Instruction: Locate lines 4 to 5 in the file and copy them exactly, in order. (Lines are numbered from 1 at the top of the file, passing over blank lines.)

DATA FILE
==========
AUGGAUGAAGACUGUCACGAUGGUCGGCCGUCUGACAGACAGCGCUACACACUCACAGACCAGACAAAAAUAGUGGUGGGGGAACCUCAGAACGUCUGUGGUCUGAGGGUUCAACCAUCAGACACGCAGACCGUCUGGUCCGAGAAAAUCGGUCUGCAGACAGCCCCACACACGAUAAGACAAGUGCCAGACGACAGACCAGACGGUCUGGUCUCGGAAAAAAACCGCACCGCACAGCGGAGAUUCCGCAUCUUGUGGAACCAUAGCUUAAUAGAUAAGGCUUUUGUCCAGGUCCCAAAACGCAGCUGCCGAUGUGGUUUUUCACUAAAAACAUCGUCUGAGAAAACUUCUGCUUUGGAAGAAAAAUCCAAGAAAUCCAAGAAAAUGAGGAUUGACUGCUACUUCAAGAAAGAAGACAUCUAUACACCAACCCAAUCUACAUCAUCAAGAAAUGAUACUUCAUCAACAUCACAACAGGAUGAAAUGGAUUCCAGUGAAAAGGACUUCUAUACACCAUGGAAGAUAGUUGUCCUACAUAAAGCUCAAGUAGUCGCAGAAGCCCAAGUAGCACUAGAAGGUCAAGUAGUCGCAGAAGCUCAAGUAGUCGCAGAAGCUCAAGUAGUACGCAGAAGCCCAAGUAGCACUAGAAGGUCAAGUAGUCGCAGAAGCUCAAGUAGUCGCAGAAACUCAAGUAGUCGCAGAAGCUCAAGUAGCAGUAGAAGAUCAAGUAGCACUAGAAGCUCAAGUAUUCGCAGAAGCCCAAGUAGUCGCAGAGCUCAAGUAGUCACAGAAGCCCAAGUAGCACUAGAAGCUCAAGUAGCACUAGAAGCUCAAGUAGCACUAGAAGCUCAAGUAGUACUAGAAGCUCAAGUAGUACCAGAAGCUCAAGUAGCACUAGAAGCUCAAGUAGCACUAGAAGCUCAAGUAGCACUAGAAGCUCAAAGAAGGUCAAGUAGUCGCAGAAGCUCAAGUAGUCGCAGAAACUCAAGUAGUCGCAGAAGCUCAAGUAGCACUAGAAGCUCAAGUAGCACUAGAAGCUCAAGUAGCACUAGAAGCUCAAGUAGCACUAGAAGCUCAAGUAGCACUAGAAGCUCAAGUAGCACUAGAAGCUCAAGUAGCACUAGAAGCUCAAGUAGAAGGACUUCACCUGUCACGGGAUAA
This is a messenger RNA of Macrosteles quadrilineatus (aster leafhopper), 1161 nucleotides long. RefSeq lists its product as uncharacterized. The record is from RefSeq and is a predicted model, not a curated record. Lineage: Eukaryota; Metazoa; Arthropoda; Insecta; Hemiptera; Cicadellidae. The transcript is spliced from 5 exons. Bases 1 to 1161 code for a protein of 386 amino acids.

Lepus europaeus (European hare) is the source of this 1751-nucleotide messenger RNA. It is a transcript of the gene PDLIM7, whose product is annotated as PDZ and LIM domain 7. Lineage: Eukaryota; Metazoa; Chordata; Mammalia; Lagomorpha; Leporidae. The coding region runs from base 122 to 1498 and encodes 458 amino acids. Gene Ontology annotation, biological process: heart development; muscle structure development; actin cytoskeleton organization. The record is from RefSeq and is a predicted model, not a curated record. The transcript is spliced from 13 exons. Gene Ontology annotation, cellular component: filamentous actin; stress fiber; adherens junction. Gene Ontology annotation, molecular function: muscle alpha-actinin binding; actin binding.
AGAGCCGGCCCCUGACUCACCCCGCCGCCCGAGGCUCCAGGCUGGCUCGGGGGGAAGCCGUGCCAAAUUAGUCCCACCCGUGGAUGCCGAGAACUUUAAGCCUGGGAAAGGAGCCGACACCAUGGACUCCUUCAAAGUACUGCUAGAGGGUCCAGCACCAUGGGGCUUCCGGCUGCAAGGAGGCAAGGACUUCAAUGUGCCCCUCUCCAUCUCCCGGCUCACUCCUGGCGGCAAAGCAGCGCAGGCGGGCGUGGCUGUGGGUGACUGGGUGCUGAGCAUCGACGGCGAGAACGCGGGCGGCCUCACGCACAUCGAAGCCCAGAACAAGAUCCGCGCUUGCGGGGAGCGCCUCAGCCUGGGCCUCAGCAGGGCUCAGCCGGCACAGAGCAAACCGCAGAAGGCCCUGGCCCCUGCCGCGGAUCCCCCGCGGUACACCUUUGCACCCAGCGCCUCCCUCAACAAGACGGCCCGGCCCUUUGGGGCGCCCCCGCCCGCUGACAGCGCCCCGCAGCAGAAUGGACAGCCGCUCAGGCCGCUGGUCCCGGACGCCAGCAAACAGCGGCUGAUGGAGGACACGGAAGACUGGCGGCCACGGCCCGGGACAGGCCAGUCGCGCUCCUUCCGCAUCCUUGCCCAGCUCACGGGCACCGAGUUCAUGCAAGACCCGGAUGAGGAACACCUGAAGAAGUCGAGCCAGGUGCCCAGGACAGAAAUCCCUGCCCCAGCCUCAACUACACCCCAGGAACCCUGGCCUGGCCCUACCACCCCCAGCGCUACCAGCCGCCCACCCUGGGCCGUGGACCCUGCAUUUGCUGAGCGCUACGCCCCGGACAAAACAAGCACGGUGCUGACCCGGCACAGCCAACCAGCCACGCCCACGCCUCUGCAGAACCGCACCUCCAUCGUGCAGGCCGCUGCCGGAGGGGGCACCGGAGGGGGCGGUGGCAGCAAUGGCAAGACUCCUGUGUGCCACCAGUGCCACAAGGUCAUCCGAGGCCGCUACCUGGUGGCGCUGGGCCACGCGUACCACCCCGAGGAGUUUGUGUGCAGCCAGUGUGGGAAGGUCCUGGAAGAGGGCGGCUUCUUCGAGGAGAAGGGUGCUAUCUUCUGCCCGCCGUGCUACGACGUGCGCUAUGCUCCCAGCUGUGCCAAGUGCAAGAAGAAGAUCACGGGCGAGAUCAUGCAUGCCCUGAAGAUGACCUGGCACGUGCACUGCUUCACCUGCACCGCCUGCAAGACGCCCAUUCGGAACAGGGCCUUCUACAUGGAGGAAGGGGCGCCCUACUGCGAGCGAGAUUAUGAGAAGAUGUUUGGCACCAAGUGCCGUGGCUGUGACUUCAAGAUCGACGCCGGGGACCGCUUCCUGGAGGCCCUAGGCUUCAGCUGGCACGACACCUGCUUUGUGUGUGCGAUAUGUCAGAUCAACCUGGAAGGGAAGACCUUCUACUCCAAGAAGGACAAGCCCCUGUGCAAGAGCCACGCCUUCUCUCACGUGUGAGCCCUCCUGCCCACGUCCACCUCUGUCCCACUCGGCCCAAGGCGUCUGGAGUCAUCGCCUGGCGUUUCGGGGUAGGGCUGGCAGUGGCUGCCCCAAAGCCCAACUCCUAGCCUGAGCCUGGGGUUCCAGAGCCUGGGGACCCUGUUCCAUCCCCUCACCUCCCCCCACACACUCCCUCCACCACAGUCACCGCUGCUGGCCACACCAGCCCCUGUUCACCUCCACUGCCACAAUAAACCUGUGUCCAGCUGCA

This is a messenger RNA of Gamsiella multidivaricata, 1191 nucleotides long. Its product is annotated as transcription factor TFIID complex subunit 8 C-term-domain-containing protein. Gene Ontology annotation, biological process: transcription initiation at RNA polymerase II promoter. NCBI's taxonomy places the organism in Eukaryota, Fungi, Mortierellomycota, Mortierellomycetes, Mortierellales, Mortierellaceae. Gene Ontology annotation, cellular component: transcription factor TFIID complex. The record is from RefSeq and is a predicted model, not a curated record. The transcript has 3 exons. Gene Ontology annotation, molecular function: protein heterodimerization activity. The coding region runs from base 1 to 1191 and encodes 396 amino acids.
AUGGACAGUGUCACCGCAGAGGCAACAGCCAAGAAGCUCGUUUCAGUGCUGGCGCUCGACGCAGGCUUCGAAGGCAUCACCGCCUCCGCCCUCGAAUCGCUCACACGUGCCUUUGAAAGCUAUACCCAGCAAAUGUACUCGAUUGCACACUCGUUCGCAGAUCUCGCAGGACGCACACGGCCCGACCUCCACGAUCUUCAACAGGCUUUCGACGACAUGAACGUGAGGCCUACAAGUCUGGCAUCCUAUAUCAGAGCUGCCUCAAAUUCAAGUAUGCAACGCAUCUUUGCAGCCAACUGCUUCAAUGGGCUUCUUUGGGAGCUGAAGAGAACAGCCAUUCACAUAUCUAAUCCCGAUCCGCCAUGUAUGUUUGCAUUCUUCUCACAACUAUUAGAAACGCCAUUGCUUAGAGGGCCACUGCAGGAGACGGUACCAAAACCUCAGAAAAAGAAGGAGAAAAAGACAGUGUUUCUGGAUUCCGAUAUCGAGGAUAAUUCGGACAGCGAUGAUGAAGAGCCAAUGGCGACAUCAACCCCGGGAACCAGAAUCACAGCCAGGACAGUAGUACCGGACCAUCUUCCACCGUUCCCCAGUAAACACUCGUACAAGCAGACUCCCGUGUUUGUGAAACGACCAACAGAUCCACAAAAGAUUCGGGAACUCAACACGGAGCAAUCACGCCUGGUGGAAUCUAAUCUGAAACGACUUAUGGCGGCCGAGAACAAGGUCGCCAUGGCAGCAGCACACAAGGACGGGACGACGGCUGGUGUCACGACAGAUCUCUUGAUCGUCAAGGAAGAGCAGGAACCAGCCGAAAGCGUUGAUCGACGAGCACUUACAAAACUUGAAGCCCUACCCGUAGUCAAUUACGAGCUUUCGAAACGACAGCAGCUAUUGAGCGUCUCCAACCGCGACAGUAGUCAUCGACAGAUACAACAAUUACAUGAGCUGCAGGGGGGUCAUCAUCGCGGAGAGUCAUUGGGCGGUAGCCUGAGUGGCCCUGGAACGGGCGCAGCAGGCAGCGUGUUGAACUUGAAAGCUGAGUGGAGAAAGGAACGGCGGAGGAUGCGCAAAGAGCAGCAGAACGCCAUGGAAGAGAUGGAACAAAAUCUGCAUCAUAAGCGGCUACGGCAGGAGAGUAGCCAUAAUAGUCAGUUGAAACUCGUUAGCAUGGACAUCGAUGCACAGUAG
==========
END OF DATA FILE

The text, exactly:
AGAGCCGGCCCCUGACUCACCCCGCCGCCCGAGGCUCCAGGCUGGCUCGGGGGGAAGCCGUGCCAAAUUAGUCCCACCCGUGGAUGCCGAGAACUUUAAGCCUGGGAAAGGAGCCGACACCAUGGACUCCUUCAAAGUACUGCUAGAGGGUCCAGCACCAUGGGGCUUCCGGCUGCAAGGAGGCAAGGACUUCAAUGUGCCCCUCUCCAUCUCCCGGCUCACUCCUGGCGGCAAAGCAGCGCAGGCGGGCGUGGCUGUGGGUGACUGGGUGCUGAGCAUCGACGGCGAGAACGCGGGCGGCCUCACGCACAUCGAAGCCCAGAACAAGAUCCGCGCUUGCGGGGAGCGCCUCAGCCUGGGCCUCAGCAGGGCUCAGCCGGCACAGAGCAAACCGCAGAAGGCCCUGGCCCCUGCCGCGGAUCCCCCGCGGUACACCUUUGCACCCAGCGCCUCCCUCAACAAGACGGCCCGGCCCUUUGGGGCGCCCCCGCCCGCUGACAGCGCCCCGCAGCAGAAUGGACAGCCGCUCAGGCCGCUGGUCCCGGACGCCAGCAAACAGCGGCUGAUGGAGGACACGGAAGACUGGCGGCCACGGCCCGGGACAGGCCAGUCGCGCUCCUUCCGCAUCCUUGCCCAGCUCACGGGCACCGAGUUCAUGCAAGACCCGGAUGAGGAACACCUGAAGAAGUCGAGCCAGGUGCCCAGGACAGAAAUCCCUGCCCCAGCCUCAACUACACCCCAGGAACCCUGGCCUGGCCCUACCACCCCCAGCGCUACCAGCCGCCCACCCUGGGCCGUGGACCCUGCAUUUGCUGAGCGCUACGCCCCGGACAAAACAAGCACGGUGCUGACCCGGCACAGCCAACCAGCCACGCCCACGCCUCUGCAGAACCGCACCUCCAUCGUGCAGGCCGCUGCCGGAGGGGGCACCGGAGGGGGCGGUGGCAGCAAUGGCAAGACUCCUGUGUGCCACCAGUGCCACAAGGUCAUCCGAGGCCGCUACCUGGUGGCGCUGGGCCACGCGUACCACCCCGAGGAGUUUGUGUGCAGCCAGUGUGGGAAGGUCCUGGAAGAGGGCGGCUUCUUCGAGGAGAAGGGUGCUAUCUUCUGCCCGCCGUGCUACGACGUGCGCUAUGCUCCCAGCUGUGCCAAGUGCAAGAAGAAGAUCACGGGCGAGAUCAUGCAUGCCCUGAAGAUGACCUGGCACGUGCACUGCUUCACCUGCACCGCCUGCAAGACGCCCAUUCGGAACAGGGCCUUCUACAUGGAGGAAGGGGCGCCCUACUGCGAGCGAGAUUAUGAGAAGAUGUUUGGCACCAAGUGCCGUGGCUGUGACUUCAAGAUCGACGCCGGGGACCGCUUCCUGGAGGCCCUAGGCUUCAGCUGGCACGACACCUGCUUUGUGUGUGCGAUAUGUCAGAUCAACCUGGAAGGGAAGACCUUCUACUCCAAGAAGGACAAGCCCCUGUGCAAGAGCCACGCCUUCUCUCACGUGUGAGCCCUCCUGCCCACGUCCACCUCUGUCCCACUCGGCCCAAGGCGUCUGGAGUCAUCGCCUGGCGUUUCGGGGUAGGGCUGGCAGUGGCUGCCCCAAAGCCCAACUCCUAGCCUGAGCCUGGGGUUCCAGAGCCUGGGGACCCUGUUCCAUCCCCUCACCUCCCCCCACACACUCCCUCCACCACAGUCACCGCUGCUGGCCACACCAGCCCCUGUUCACCUCCACUGCCACAAUAAACCUGUGUCCAGCUGCA

This is a messenger RNA of Gamsiella multidivaricata, 1191 nucleotides long. Its product is annotated as transcription factor TFIID complex subunit 8 C-term-domain-containing protein. Gene Ontology annotation, biological process: transcription initiation at RNA polymerase II promoter. NCBI's taxonomy places the organism in Eukaryota, Fungi, Mortierellomycota, Mortierellomycetes, Mortierellales, Mortierellaceae. Gene Ontology annotation, cellular component: transcription factor TFIID complex. The record is from RefSeq and is a predicted model, not a curated record. The transcript has 3 exons. Gene Ontology annotation, molecular function: protein heterodimerization activity. The coding region runs from base 1 to 1191 and encodes 396 amino acids.